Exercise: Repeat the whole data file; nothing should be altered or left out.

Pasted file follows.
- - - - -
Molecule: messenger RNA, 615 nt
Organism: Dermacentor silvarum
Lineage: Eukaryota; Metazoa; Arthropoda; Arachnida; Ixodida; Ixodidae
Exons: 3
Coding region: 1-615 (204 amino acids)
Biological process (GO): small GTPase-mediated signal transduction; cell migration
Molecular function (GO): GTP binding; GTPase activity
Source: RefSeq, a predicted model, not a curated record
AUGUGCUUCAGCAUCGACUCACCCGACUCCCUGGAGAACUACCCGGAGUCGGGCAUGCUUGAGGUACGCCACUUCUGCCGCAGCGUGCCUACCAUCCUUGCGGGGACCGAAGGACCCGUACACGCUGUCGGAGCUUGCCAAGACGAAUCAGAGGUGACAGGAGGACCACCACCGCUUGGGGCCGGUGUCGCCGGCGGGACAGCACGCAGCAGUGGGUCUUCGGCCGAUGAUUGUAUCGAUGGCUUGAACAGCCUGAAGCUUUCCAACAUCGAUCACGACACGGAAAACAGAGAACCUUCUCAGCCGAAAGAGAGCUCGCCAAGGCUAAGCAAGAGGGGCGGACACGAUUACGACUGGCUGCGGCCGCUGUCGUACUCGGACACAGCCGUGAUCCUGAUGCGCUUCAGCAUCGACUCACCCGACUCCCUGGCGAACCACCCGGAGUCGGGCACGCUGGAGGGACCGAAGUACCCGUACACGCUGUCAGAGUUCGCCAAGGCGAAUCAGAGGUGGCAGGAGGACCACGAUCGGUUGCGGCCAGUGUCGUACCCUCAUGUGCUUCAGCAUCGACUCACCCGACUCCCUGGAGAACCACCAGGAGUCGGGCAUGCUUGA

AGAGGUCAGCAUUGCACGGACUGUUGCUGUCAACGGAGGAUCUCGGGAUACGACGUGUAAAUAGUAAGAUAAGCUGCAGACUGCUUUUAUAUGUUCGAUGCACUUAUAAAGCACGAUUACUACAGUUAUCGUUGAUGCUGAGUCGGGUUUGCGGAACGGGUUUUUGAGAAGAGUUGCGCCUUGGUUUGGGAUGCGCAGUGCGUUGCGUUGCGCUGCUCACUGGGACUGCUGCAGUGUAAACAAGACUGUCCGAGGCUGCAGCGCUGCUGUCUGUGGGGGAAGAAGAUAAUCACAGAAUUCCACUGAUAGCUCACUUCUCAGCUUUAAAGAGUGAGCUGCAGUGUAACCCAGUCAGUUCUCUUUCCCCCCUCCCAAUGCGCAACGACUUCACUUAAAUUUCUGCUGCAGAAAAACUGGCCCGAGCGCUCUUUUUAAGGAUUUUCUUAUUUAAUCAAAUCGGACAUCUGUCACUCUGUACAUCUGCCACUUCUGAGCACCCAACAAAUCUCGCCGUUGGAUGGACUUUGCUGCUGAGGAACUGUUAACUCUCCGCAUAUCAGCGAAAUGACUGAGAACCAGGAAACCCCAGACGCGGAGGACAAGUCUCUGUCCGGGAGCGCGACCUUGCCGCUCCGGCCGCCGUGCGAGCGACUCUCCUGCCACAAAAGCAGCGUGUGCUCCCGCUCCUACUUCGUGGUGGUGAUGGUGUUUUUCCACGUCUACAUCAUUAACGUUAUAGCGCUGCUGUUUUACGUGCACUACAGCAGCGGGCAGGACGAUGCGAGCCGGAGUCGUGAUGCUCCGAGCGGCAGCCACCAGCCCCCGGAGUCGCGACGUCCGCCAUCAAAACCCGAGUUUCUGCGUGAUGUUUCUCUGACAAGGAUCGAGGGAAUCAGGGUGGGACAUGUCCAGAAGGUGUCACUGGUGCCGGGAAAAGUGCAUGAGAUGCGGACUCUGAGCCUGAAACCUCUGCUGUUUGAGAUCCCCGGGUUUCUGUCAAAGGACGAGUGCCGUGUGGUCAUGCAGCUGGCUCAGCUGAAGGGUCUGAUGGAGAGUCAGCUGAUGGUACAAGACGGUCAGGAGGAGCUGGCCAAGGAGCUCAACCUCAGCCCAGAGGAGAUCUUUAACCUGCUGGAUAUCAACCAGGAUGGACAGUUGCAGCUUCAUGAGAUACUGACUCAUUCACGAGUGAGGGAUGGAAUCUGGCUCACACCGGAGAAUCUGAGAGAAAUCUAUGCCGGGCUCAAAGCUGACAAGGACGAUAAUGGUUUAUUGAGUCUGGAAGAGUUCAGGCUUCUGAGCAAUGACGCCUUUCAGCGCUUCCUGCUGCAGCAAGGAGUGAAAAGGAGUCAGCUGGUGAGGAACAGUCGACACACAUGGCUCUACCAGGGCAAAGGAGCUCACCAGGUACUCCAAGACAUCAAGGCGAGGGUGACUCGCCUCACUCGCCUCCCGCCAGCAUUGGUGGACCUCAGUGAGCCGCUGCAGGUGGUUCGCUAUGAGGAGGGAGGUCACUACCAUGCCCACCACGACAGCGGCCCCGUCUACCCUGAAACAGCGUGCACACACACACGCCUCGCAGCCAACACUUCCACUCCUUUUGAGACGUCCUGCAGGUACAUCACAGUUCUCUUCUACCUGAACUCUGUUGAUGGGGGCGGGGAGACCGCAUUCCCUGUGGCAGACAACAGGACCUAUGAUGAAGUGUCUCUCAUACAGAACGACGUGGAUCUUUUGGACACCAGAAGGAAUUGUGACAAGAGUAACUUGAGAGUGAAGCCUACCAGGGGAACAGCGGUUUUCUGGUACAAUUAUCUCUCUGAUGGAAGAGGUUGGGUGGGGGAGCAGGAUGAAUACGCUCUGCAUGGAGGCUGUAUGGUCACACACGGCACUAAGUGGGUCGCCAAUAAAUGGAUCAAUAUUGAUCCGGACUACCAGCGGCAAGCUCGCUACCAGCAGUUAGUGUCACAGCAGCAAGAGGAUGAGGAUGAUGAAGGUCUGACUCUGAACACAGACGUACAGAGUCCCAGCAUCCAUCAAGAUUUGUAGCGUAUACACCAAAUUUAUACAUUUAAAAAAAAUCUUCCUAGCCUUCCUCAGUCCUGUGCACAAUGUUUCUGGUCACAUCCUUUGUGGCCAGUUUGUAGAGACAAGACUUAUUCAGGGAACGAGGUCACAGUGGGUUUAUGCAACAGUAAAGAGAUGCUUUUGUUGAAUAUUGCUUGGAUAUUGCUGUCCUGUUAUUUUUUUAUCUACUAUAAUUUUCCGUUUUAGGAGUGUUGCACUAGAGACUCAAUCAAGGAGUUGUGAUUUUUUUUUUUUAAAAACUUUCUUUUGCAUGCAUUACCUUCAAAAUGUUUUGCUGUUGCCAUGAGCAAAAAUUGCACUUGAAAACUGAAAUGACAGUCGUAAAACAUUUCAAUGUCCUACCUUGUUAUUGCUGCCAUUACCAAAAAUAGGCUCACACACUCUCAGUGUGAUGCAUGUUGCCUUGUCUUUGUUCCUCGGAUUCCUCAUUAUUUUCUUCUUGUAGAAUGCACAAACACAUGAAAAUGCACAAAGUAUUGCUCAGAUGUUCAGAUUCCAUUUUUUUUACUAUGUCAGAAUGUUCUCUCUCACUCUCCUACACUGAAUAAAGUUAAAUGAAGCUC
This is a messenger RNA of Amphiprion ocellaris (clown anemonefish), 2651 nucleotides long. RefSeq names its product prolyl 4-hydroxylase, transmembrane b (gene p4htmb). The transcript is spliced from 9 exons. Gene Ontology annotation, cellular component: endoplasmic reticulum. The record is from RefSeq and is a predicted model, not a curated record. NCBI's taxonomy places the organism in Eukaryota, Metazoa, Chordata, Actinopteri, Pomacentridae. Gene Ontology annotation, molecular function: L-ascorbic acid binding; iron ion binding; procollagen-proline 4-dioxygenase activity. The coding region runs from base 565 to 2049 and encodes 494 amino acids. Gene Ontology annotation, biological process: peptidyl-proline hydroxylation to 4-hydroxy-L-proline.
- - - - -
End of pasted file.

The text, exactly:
Molecule: messenger RNA, 615 nt
Organism: Dermacentor silvarum
Lineage: Eukaryota; Metazoa; Arthropoda; Arachnida; Ixodida; Ixodidae
Exons: 3
Coding region: 1-615 (204 amino acids)
Biological process (GO): small GTPase-mediated signal transduction; cell migration
Molecular function (GO): GTP binding; GTPase activity
Source: RefSeq, a predicted model, not a curated record
AUGUGCUUCAGCAUCGACUCACCCGACUCCCUGGAGAACUACCCGGAGUCGGGCAUGCUUGAGGUACGCCACUUCUGCCGCAGCGUGCCUACCAUCCUUGCGGGGACCGAAGGACCCGUACACGCUGUCGGAGCUUGCCAAGACGAAUCAGAGGUGACAGGAGGACCACCACCGCUUGGGGCCGGUGUCGCCGGCGGGACAGCACGCAGCAGUGGGUCUUCGGCCGAUGAUUGUAUCGAUGGCUUGAACAGCCUGAAGCUUUCCAACAUCGAUCACGACACGGAAAACAGAGAACCUUCUCAGCCGAAAGAGAGCUCGCCAAGGCUAAGCAAGAGGGGCGGACACGAUUACGACUGGCUGCGGCCGCUGUCGUACUCGGACACAGCCGUGAUCCUGAUGCGCUUCAGCAUCGACUCACCCGACUCCCUGGCGAACCACCCGGAGUCGGGCACGCUGGAGGGACCGAAGUACCCGUACACGCUGUCAGAGUUCGCCAAGGCGAAUCAGAGGUGGCAGGAGGACCACGAUCGGUUGCGGCCAGUGUCGUACCCUCAUGUGCUUCAGCAUCGACUCACCCGACUCCCUGGAGAACCACCAGGAGUCGGGCAUGCUUGA

AGAGGUCAGCAUUGCACGGACUGUUGCUGUCAACGGAGGAUCUCGGGAUACGACGUGUAAAUAGUAAGAUAAGCUGCAGACUGCUUUUAUAUGUUCGAUGCACUUAUAAAGCACGAUUACUACAGUUAUCGUUGAUGCUGAGUCGGGUUUGCGGAACGGGUUUUUGAGAAGAGUUGCGCCUUGGUUUGGGAUGCGCAGUGCGUUGCGUUGCGCUGCUCACUGGGACUGCUGCAGUGUAAACAAGACUGUCCGAGGCUGCAGCGCUGCUGUCUGUGGGGGAAGAAGAUAAUCACAGAAUUCCACUGAUAGCUCACUUCUCAGCUUUAAAGAGUGAGCUGCAGUGUAACCCAGUCAGUUCUCUUUCCCCCCUCCCAAUGCGCAACGACUUCACUUAAAUUUCUGCUGCAGAAAAACUGGCCCGAGCGCUCUUUUUAAGGAUUUUCUUAUUUAAUCAAAUCGGACAUCUGUCACUCUGUACAUCUGCCACUUCUGAGCACCCAACAAAUCUCGCCGUUGGAUGGACUUUGCUGCUGAGGAACUGUUAACUCUCCGCAUAUCAGCGAAAUGACUGAGAACCAGGAAACCCCAGACGCGGAGGACAAGUCUCUGUCCGGGAGCGCGACCUUGCCGCUCCGGCCGCCGUGCGAGCGACUCUCCUGCCACAAAAGCAGCGUGUGCUCCCGCUCCUACUUCGUGGUGGUGAUGGUGUUUUUCCACGUCUACAUCAUUAACGUUAUAGCGCUGCUGUUUUACGUGCACUACAGCAGCGGGCAGGACGAUGCGAGCCGGAGUCGUGAUGCUCCGAGCGGCAGCCACCAGCCCCCGGAGUCGCGACGUCCGCCAUCAAAACCCGAGUUUCUGCGUGAUGUUUCUCUGACAAGGAUCGAGGGAAUCAGGGUGGGACAUGUCCAGAAGGUGUCACUGGUGCCGGGAAAAGUGCAUGAGAUGCGGACUCUGAGCCUGAAACCUCUGCUGUUUGAGAUCCCCGGGUUUCUGUCAAAGGACGAGUGCCGUGUGGUCAUGCAGCUGGCUCAGCUGAAGGGUCUGAUGGAGAGUCAGCUGAUGGUACAAGACGGUCAGGAGGAGCUGGCCAAGGAGCUCAACCUCAGCCCAGAGGAGAUCUUUAACCUGCUGGAUAUCAACCAGGAUGGACAGUUGCAGCUUCAUGAGAUACUGACUCAUUCACGAGUGAGGGAUGGAAUCUGGCUCACACCGGAGAAUCUGAGAGAAAUCUAUGCCGGGCUCAAAGCUGACAAGGACGAUAAUGGUUUAUUGAGUCUGGAAGAGUUCAGGCUUCUGAGCAAUGACGCCUUUCAGCGCUUCCUGCUGCAGCAAGGAGUGAAAAGGAGUCAGCUGGUGAGGAACAGUCGACACACAUGGCUCUACCAGGGCAAAGGAGCUCACCAGGUACUCCAAGACAUCAAGGCGAGGGUGACUCGCCUCACUCGCCUCCCGCCAGCAUUGGUGGACCUCAGUGAGCCGCUGCAGGUGGUUCGCUAUGAGGAGGGAGGUCACUACCAUGCCCACCACGACAGCGGCCCCGUCUACCCUGAAACAGCGUGCACACACACACGCCUCGCAGCCAACACUUCCACUCCUUUUGAGACGUCCUGCAGGUACAUCACAGUUCUCUUCUACCUGAACUCUGUUGAUGGGGGCGGGGAGACCGCAUUCCCUGUGGCAGACAACAGGACCUAUGAUGAAGUGUCUCUCAUACAGAACGACGUGGAUCUUUUGGACACCAGAAGGAAUUGUGACAAGAGUAACUUGAGAGUGAAGCCUACCAGGGGAACAGCGGUUUUCUGGUACAAUUAUCUCUCUGAUGGAAGAGGUUGGGUGGGGGAGCAGGAUGAAUACGCUCUGCAUGGAGGCUGUAUGGUCACACACGGCACUAAGUGGGUCGCCAAUAAAUGGAUCAAUAUUGAUCCGGACUACCAGCGGCAAGCUCGCUACCAGCAGUUAGUGUCACAGCAGCAAGAGGAUGAGGAUGAUGAAGGUCUGACUCUGAACACAGACGUACAGAGUCCCAGCAUCCAUCAAGAUUUGUAGCGUAUACACCAAAUUUAUACAUUUAAAAAAAAUCUUCCUAGCCUUCCUCAGUCCUGUGCACAAUGUUUCUGGUCACAUCCUUUGUGGCCAGUUUGUAGAGACAAGACUUAUUCAGGGAACGAGGUCACAGUGGGUUUAUGCAACAGUAAAGAGAUGCUUUUGUUGAAUAUUGCUUGGAUAUUGCUGUCCUGUUAUUUUUUUAUCUACUAUAAUUUUCCGUUUUAGGAGUGUUGCACUAGAGACUCAAUCAAGGAGUUGUGAUUUUUUUUUUUUAAAAACUUUCUUUUGCAUGCAUUACCUUCAAAAUGUUUUGCUGUUGCCAUGAGCAAAAAUUGCACUUGAAAACUGAAAUGACAGUCGUAAAACAUUUCAAUGUCCUACCUUGUUAUUGCUGCCAUUACCAAAAAUAGGCUCACACACUCUCAGUGUGAUGCAUGUUGCCUUGUCUUUGUUCCUCGGAUUCCUCAUUAUUUUCUUCUUGUAGAAUGCACAAACACAUGAAAAUGCACAAAGUAUUGCUCAGAUGUUCAGAUUCCAUUUUUUUUACUAUGUCAGAAUGUUCUCUCUCACUCUCCUACACUGAAUAAAGUUAAAUGAAGCUC
This is a messenger RNA of Amphiprion ocellaris (clown anemonefish), 2651 nucleotides long. RefSeq names its product prolyl 4-hydroxylase, transmembrane b (gene p4htmb). The transcript is spliced from 9 exons. Gene Ontology annotation, cellular component: endoplasmic reticulum. The record is from RefSeq and is a predicted model, not a curated record. NCBI's taxonomy places the organism in Eukaryota, Metazoa, Chordata, Actinopteri, Pomacentridae. Gene Ontology annotation, molecular function: L-ascorbic acid binding; iron ion binding; procollagen-proline 4-dioxygenase activity. The coding region runs from base 565 to 2049 and encodes 494 amino acids. Gene Ontology annotation, biological process: peptidyl-proline hydroxylation to 4-hydroxy-L-proline.